Sweep: The Story of a Girl and Her Monster

Book review by
Michael Berry, Common Sense Media
Sweep: The Story of a Girl and Her Monster Book Poster Image
Haunting tale of friendship and magic in Victorian times.

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A lot or a little?

The parents' guide to what's in this book.

Educational Value

Although it features a magical being, Sweep presents a realistic portrait of life in Victorian England. It offers readers the opportunity to discuss child labor, anti-Semitism, women's rights, and much more.

Positive Messages

We save ourselves by saving others. If you're willing to fight for one's rights, great things can happen.

Positive Role Models & Representations

Nan Sparrow is tough, brave, agile, vulnerable. She desperately misses the sweep who mentored her, and when she meets formidable but naive Charlie, his presence brings out her protective side.

Violence & Scariness

Nan is badly hurt when a fellow sweep lights her on fire after she's stuck in a chimney. Charlie attacks Crudd, Nan's evil master, when he threatens to harm her. A man is seriously burned. There's a climactic battle to the death.

Language

What parents need to know

Parents need to know that Sweep is a fantasy novel set in Victorian times, written by Jonathan Auxier (The Night Gardener). The story of a female chimney sweep and her friendship with a "monster" named Charlie, it addresses such issues as child labor and anti-Semitism. There are some violent scenes, including children burning in chimney fires or falling from roofs. 

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What's the story?

As SWEEP opens, 11-year-old Nan Sparrow ranks among the best "chimney boys" in Victorian London, even though she happens to be a girl. But when she gets caught in a chimney fire, she figures her days are over, until she wakes up in the attic of an abandoned building. At first believing she's alone, Nan discovers a strange creature hiding with her: a golem made from soot and ash. The artificial man grows in size and strength until he has the ability to protect Nan as she attempts to lead her own life, free from the cruel master who wishes to enslave her again.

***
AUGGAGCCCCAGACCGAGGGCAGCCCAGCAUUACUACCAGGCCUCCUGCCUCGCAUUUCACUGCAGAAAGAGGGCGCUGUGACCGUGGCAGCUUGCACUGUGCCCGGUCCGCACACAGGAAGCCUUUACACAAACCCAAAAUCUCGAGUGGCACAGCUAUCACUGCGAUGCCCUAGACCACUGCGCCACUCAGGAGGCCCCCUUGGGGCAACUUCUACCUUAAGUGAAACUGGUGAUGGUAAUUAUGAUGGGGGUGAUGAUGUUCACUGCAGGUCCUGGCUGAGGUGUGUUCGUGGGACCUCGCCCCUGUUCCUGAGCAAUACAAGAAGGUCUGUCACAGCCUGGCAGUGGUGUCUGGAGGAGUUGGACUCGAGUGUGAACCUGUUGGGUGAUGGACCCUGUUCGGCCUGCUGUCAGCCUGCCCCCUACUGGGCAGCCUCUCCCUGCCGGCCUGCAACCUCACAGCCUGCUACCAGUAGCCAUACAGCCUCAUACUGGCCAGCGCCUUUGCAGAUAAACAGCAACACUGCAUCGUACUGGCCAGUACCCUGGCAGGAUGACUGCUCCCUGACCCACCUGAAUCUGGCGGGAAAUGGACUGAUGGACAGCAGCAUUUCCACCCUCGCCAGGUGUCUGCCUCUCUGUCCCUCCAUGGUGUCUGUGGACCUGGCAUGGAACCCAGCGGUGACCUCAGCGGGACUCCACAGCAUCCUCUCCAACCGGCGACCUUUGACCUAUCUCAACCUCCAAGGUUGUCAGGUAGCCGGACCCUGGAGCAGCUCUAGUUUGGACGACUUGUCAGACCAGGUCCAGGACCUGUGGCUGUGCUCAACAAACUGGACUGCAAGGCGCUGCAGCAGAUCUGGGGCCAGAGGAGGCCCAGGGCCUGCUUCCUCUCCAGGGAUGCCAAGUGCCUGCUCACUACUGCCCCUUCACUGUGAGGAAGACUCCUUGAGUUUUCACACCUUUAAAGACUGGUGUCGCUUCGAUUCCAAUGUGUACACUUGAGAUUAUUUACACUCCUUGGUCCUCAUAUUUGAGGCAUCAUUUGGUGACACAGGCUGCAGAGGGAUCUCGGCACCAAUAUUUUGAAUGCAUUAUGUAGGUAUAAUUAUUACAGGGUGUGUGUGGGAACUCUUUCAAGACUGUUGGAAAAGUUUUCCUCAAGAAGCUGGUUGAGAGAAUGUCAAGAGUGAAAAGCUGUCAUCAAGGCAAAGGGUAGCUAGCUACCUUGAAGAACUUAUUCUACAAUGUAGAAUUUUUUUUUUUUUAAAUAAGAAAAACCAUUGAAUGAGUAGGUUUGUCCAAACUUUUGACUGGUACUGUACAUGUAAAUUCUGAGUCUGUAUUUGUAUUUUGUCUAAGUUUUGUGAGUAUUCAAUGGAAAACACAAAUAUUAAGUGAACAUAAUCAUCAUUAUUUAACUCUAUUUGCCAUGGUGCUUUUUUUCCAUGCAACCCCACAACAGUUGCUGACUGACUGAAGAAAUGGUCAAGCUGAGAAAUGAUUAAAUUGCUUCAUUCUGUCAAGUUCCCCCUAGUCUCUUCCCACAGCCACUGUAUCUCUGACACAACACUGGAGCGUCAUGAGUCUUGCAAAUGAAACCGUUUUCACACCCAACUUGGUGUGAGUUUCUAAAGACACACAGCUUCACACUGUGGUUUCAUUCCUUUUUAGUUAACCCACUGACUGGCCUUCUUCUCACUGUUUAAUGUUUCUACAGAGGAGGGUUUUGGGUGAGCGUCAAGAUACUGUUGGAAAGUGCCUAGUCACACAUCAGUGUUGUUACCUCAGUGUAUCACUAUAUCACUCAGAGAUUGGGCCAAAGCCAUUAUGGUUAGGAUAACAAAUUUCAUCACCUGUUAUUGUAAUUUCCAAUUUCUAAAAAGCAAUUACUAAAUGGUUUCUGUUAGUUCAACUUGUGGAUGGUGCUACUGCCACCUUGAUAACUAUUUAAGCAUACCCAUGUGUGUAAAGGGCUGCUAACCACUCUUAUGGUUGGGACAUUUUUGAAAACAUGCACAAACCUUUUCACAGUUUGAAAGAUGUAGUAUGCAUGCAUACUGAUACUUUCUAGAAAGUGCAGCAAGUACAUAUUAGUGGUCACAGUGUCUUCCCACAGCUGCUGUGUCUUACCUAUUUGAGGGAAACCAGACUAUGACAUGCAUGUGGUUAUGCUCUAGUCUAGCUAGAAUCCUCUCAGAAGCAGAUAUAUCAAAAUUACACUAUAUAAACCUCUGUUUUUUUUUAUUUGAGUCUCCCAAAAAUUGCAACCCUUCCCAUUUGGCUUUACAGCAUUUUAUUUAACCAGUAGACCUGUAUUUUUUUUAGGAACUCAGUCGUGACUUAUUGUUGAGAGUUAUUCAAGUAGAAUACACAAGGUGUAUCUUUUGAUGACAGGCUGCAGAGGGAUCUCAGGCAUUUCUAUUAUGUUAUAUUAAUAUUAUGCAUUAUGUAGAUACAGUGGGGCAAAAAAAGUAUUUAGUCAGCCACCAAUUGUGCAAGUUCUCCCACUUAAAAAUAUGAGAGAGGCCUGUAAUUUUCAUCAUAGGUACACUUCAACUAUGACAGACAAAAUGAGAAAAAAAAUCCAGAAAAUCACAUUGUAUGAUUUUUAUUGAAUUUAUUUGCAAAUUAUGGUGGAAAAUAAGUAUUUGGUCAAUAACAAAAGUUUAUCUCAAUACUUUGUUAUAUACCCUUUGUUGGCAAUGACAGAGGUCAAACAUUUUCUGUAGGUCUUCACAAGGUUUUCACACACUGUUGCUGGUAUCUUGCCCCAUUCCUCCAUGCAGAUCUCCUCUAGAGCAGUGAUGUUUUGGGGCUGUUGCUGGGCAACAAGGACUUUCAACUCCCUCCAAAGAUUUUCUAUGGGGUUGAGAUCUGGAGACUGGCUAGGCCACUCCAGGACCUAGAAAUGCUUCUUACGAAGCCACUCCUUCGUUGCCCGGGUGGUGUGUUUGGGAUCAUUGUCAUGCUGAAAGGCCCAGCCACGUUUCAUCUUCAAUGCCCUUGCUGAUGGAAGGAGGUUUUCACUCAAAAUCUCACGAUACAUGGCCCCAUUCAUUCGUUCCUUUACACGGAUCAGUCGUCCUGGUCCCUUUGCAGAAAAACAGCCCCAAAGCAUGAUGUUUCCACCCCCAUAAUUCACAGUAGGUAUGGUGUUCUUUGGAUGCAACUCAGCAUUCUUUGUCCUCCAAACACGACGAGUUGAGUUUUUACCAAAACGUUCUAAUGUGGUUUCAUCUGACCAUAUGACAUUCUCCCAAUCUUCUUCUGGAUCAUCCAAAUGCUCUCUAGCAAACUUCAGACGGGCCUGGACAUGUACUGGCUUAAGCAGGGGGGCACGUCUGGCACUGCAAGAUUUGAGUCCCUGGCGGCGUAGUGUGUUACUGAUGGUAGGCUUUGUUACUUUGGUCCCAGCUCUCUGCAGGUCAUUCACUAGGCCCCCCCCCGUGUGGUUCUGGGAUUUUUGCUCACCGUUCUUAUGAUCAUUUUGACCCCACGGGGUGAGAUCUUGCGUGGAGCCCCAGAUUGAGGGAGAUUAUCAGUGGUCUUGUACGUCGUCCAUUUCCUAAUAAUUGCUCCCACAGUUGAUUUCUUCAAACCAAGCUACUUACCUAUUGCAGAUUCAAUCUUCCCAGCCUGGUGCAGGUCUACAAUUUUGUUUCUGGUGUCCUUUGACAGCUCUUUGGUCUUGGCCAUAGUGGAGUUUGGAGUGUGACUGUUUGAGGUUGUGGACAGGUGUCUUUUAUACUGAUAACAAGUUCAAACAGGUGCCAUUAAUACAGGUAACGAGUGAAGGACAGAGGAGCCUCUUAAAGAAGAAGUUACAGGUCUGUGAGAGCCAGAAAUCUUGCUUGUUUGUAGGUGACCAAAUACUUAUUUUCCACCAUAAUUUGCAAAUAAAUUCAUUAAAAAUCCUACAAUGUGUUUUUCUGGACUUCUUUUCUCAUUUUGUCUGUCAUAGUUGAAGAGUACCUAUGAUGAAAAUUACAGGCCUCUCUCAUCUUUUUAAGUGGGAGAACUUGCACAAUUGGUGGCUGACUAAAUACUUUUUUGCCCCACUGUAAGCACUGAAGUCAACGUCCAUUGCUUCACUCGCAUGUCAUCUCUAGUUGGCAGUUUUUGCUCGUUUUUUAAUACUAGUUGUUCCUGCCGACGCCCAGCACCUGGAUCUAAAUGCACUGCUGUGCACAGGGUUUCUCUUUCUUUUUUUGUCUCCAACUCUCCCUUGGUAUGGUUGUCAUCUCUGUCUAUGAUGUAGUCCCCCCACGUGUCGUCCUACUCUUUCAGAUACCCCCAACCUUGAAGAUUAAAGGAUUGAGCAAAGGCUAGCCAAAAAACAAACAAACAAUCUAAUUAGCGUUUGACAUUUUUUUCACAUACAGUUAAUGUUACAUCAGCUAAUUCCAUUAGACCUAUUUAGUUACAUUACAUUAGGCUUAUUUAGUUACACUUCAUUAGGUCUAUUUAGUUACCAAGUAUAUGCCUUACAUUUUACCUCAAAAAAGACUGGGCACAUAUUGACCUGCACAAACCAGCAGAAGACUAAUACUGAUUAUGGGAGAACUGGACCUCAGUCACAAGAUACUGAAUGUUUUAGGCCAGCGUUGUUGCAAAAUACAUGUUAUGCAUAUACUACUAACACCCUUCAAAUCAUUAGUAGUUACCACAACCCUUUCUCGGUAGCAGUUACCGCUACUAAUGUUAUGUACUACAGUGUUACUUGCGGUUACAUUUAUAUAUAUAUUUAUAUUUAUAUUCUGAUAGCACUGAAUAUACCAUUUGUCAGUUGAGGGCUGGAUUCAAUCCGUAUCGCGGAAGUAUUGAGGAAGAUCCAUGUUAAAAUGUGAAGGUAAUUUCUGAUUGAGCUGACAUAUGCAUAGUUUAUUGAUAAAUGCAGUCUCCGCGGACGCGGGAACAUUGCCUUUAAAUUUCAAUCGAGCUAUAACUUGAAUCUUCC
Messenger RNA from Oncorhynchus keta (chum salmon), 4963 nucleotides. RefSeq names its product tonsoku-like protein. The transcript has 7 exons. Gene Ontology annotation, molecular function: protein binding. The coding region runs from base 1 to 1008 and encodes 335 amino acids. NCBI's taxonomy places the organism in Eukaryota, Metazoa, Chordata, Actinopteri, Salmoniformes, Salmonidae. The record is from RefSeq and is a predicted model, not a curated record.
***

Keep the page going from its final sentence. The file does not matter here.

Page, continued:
Is it any good?

The Victorian Age may seem a long time ago, but as this clever, moving, and insightful novel shows, the problems people faced then still impact modern-day readers. With Sweep, Jonathan Auxier has constructed a complex fable of friendship and sacrifice. Nan, Charlie, Toby, and the vile Mr. Crudd are vivid creations, and the story uses them all to their best effect. Full of suspense, action, and humor, Sweep has the feel of a classic, and it should appeal to a wide range of readers.

Talk to your kids about ...

  • Families can talk about how Sweep portrays child labor in Victorian times. Why is it now illegal to employ children under a certain age? 

  • A character in Sweep is basically sold into slavery as an indentured servant. Do such things happen today? If so, how do people prevent the practice?

  • What does it mean to be an "anti-Semite"? How do Jewish people cope with prejudice today? What effect does the media have on bigotry?

Book details

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